ISO 80079-37 Scope

ISO 80079-37 covers non-electrical equipment for types of protection ‘constructional safety’ (“c”), ‘control of ignition sources’ (“b”) and ‘liquid immersion’ (“k”).

‘Constructional safety’ (“c”); Avoidance of ignition sources from mechanical failure through good engineering practice (through design & construction).

‘Control of ignition sources’ (“b”); control ignition sources by monitoring safety critical (control) parameters by means of a suitable Ignition Prevention System

‘Liquid immersion’ (“k”); Avoidance of ignition sources by liquid (either by coating or total immersion)

Considerations assessed include Ingress Protection, seals of moving parts, design clearances to avoid internal impacts and adverse frictional contact, design requirements for bearings, couplings, belts, springs, clutches and brakes, vibrations, maximum and minimum operating parameters (including safety critical operating parameters), suitability and effectiveness of lubricants (protective liquids). 

All these aspects (and more) are considered within the IHA and design modifications made as needed to ensure avoidance of identified ignition sources.

The main comparison between ATEX and IECEx
The main comparison between ATEX and IECEx

Marking of Non-Electrical equipment under the IECEx scheme

Whilst 80079-37 covers different methods of protection, when it comes to marking of equipment, equipment is marked with the Ex-marking code “h”. There are no additional markings with regard to the specific type(s) of protection applied, in a drive to provide simplicity when it comes to understanding a product nameplate.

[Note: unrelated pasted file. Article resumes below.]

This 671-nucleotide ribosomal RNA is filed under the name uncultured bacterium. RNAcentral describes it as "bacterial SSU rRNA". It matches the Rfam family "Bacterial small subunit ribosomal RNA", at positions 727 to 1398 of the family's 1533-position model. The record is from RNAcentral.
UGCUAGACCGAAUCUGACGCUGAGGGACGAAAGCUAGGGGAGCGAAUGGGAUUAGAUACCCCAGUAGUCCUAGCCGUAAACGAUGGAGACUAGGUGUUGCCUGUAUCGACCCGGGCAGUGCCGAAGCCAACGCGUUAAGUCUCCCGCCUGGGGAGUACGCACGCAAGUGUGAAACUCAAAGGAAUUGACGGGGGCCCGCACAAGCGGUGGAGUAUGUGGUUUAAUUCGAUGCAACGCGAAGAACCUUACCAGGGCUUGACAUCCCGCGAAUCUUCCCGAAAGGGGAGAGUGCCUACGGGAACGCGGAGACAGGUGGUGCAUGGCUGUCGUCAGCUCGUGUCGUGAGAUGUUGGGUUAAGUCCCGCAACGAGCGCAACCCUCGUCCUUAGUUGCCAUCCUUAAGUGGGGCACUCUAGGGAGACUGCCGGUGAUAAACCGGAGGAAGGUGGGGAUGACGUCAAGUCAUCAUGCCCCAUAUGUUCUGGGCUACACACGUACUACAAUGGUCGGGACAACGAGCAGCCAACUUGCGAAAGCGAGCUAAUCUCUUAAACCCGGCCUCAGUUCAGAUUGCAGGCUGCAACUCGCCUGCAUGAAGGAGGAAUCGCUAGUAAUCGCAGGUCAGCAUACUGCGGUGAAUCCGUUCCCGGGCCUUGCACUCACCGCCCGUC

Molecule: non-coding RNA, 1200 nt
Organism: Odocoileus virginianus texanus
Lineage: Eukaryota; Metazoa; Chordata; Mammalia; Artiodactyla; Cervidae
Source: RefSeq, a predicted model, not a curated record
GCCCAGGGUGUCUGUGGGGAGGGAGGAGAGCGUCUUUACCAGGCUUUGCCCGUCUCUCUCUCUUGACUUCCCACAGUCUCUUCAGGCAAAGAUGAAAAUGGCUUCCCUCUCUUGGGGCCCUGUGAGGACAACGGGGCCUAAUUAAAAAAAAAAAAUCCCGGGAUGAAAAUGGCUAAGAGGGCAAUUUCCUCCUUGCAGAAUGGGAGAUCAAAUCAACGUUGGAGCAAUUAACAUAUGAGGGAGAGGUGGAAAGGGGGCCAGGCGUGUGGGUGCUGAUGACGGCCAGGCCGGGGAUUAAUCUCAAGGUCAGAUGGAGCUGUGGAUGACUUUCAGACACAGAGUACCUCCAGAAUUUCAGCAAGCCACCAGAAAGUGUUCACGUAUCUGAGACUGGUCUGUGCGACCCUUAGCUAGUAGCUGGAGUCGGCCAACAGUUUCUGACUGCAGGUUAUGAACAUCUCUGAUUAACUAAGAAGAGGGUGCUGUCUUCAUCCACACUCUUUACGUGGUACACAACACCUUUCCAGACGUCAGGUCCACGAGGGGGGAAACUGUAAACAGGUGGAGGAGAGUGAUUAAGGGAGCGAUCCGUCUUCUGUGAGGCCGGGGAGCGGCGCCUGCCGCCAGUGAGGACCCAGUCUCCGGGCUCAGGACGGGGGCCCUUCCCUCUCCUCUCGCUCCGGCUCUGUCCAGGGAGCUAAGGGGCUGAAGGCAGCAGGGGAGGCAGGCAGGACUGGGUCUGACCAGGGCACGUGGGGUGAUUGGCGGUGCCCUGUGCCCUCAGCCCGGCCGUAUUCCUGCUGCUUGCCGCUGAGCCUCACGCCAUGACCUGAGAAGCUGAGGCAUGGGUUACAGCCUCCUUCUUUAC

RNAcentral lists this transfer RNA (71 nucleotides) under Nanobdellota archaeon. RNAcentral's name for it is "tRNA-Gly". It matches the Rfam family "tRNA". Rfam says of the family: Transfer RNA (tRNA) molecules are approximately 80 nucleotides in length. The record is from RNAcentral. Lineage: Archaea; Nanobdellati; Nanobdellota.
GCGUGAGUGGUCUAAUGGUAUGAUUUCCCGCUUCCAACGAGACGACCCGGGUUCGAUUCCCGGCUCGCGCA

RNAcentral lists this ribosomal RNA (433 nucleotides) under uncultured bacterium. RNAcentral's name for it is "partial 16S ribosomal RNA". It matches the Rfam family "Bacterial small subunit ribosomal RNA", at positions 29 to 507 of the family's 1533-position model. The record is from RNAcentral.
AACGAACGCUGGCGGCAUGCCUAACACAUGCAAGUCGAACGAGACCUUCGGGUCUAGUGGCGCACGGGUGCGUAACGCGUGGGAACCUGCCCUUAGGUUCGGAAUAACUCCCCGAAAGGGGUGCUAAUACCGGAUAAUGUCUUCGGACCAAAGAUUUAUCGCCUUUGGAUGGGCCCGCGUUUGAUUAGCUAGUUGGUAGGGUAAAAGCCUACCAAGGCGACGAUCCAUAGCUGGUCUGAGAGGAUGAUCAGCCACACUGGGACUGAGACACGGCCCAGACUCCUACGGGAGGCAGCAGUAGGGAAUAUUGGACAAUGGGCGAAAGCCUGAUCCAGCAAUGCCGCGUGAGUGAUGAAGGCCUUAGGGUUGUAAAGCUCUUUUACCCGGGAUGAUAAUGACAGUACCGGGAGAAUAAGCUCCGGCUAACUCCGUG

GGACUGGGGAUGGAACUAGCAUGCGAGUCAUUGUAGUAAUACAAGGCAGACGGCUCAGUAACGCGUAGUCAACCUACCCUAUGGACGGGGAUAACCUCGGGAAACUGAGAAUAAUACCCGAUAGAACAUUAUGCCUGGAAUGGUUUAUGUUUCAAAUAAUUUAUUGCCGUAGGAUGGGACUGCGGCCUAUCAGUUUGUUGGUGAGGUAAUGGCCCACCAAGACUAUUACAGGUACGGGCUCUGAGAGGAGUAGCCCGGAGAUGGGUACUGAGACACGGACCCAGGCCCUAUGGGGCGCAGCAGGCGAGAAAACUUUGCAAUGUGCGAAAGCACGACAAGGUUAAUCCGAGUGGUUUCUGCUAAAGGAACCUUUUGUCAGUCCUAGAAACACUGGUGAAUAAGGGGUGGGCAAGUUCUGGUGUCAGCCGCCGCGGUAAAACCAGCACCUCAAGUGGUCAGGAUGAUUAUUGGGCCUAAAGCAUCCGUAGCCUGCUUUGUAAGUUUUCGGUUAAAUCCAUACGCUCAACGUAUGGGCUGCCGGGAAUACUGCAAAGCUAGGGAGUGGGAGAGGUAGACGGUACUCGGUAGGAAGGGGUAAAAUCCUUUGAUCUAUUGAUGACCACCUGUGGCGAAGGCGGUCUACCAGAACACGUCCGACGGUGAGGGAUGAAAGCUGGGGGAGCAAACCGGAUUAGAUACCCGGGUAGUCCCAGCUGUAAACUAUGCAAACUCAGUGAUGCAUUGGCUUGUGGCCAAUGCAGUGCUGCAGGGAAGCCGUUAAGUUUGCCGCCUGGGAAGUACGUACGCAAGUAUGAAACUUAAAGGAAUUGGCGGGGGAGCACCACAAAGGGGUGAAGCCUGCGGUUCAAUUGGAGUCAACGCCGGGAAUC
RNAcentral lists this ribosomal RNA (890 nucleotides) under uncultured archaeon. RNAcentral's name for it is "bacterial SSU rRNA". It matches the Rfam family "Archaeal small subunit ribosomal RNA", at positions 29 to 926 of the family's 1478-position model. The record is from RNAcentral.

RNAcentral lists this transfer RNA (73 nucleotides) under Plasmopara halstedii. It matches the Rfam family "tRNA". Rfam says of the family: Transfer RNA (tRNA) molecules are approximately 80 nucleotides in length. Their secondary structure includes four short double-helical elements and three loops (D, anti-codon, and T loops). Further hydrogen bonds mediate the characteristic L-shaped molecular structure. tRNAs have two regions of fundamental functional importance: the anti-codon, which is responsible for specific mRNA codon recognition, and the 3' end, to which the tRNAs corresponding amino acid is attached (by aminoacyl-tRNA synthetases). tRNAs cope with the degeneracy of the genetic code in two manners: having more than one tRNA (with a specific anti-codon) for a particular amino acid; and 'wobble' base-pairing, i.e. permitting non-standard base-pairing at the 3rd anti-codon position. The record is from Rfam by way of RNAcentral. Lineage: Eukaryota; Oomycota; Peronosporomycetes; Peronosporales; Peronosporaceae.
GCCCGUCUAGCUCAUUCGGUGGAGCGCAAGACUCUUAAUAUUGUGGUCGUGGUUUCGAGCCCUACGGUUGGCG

How your product can gain IECEx certification

Many non-electrical equipment manufacturers may be familiar with ATEX and have complied with this Directive already, either by engaging with a 3rd party Notified Body, or self-declaring the equipment in compliance with Directive 2014/3/4/EU (depending on the hazardous area zone of use).

As such, an IECEx Certification Body can take some of this assessment as the basis for IECEx approvals. The cost of ‘converting’ an ATEX file to an IECEx certificate, therefore, is relatively low, and IECEx Certification Bodies such as Sira Certification Service (part of CSA Group) can assist you in plotting out the route to conformity. 

Perhaps one of the biggest differences between ATEX and IECEx, however, is the need for a quality assurance procedure. Non-electrical equipment that has been self-declared under ATEX does not need an associated Quality Assurance Notification, whereas under the IECEx scheme, a Quality Audit (IECEx QAR) is required. Again, IECEx CBs like can advise on what’s required to gain this.

Importantly however, the international community, spearheaded by IECEx, is making moves to bring the risks, and standardised safety solutions relating to non-electrical equipment, higher up the agenda of consideration when it comes to explosion protection. And, as it’s a relatively low-cost exercise for manufacturers to gain IECEx approvals, it’s anticipated that the demand and drive in industry for IECEx certified non-electrical equipment will increase in the same way as the other existing IECEx schemes continue to do.

CSA Group

T: +44 (0) 1244 670 900

E: ukinfo@csagroup.org

W: www.csagroupuk.org